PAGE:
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TIGSource ForumsCommunityDevLogsNegspace
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SebastianGioseffi
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« Reply #220 on: August 18, 2015, 01:48:07 PM »

It keeps getting better and better! Go Negspace!
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TheWing
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« Reply #221 on: August 18, 2015, 03:57:11 PM »

#58: The shredder

Here´s a singular design problem:

I want to add a "killer wall".

1-Regular Negspace walls are black, usually solid-black, but they can have patterns too. Ships can bounce and hit them quite hard and stay prefectly healthy, in fact, grinding walls is encouraged.

2-Friction chargers are like walls, but solid white, and as soon as a ship touches them, they turn into the ship´s color. Ships can be any color. Grinding chargers is especially encouraged.

The killer walls, then, had to be neither solid black, nor white, nor colored with any color... weird!

3-Grinding a friction charger at high speed makes charging more effective and produces lightning, therefore, lightning is "a good thing". So... using lightning, at least in the same color as the player, is not allowed either.

What have other games been using as killer walls?
Traditionally, spikes. Having 8 pixels for tile makes it hard to convey the idea of "sharp spikes", since 1px wide looks thick already. Also, spikes in space, seriously?

After quite a bit of iterations and head-scratching, here´s what I came up with:


Why?
-1 All the other "safe" walls are static, therefore an animated pattern ought to at least catch the player´s curiosity, making them expect something particular out of that wall.
-2 Small lighting in a random color helps with catching the player´s eye, while being a random color each time conveys that it´s not necessarily "safe" as the lighthning from the charger (which is always the same color as your ship).

How?
Having lots of animated tiled teeths would be cumbersome, therefore, I coded a shader that procedurally generates the pattern in the GPU, allowing for kilometer-wide shredders with a single static quad, allocating for as many individual teeths as needed.

TL;DR?
Whenever you end up playing Negspace, this pattern will make you sweat Smiley

Loving it to pieces already Wink
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pnch
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« Reply #222 on: August 19, 2015, 08:08:17 AM »

Thanks a lot!

#59: Gravity assist

Using the tech shown on the first pages of this devlog, maps are extremely quick and easy to setup. However, I try to add them only in order to debug / playtest features. Why? I´m sure any map done before locking the feature-set is liable to be discarded (Of the 5 deathmatch maps I´ve done, two are currently not available in the exhibition builds: one resulted too big for first time players that don´t yet know how to use the radar, the other, too difficult to navigate).

The other day, playing Negspace with friends, we quickly looped through the available deathmatch maps three times in a row. I figured it was time to add more, even if just for the sake of having a good time with friends (hey, what´s more important than that?).

A new deathmatch level was added. On the other hand, I HAVE new features to test:

Remember the centrifuge level? I was communicating the new mechanic by reaching to instintive knowledge: with every background spinning at high speed, the players instantly understood that "gravity" went outward from the center of such spin. There are toys for kids in almost every park working with that principle.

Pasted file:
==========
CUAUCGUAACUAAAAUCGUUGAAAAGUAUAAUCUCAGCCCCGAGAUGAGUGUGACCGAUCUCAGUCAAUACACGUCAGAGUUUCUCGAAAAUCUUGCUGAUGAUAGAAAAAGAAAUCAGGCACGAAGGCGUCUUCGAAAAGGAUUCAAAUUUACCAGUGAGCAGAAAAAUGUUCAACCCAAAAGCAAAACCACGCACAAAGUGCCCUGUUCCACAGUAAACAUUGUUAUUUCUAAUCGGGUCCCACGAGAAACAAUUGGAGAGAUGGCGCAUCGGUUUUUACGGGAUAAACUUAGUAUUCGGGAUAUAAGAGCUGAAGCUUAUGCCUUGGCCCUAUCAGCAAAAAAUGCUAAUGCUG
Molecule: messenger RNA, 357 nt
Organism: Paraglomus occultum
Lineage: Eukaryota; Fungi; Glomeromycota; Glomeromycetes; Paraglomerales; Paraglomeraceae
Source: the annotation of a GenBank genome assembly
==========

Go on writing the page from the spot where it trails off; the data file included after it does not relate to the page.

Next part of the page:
What if I want to add more complex "patterns of gravity"?


A ship on a stable-ish orbit around magnet C, no button is being pressed.

The previous update added the magnets shader, a distinct effect which makes players able to visualize the pull from magnets in the environment (yes, I switched back to rev2 shader, loving the concentric circles better).
Since the pull can now be visualized, players can mentally plot and anticipate trajectories counting on said pull to slingshot and orbit themselves around - as in every classic "2d planetary gravity" game - and actually as ships actually do in space (google gravity assist).


Maneuvering through orbits and debris

In the games that traditionally use this mechanic, planets are clearly visible and there´s not usually too much else going on visually. In Negspace, the pull from magnets is just one more factor to have in mind when piloting, among lots of other factors encoded in a highly visual way. That´s why being able to show that using a distinct effect was particularly important.
Also, now that I have the shredder, careful navigation became even more important, and the accumulation of debris that happens during a match forces you to adjust quickly to a changing environment:

Wrong calculation + debris + the shredder
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pnch
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« Reply #223 on: August 20, 2015, 11:25:46 AM »

Quick reminder for fellow gamedevs: Take info from the web with a grain of salt!

This quick experiment:
proved that sprite rotation doesn´t break batching (I´m getting the exact same number of draw calls than in the previous gifs).
A while ago I read somewhere that they DID break it, and systems were developed with this wrong assumption in mind, now there´s plenty of possible optimizations to do... Getting back to that!
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pnch
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« Reply #224 on: August 24, 2015, 02:54:26 PM »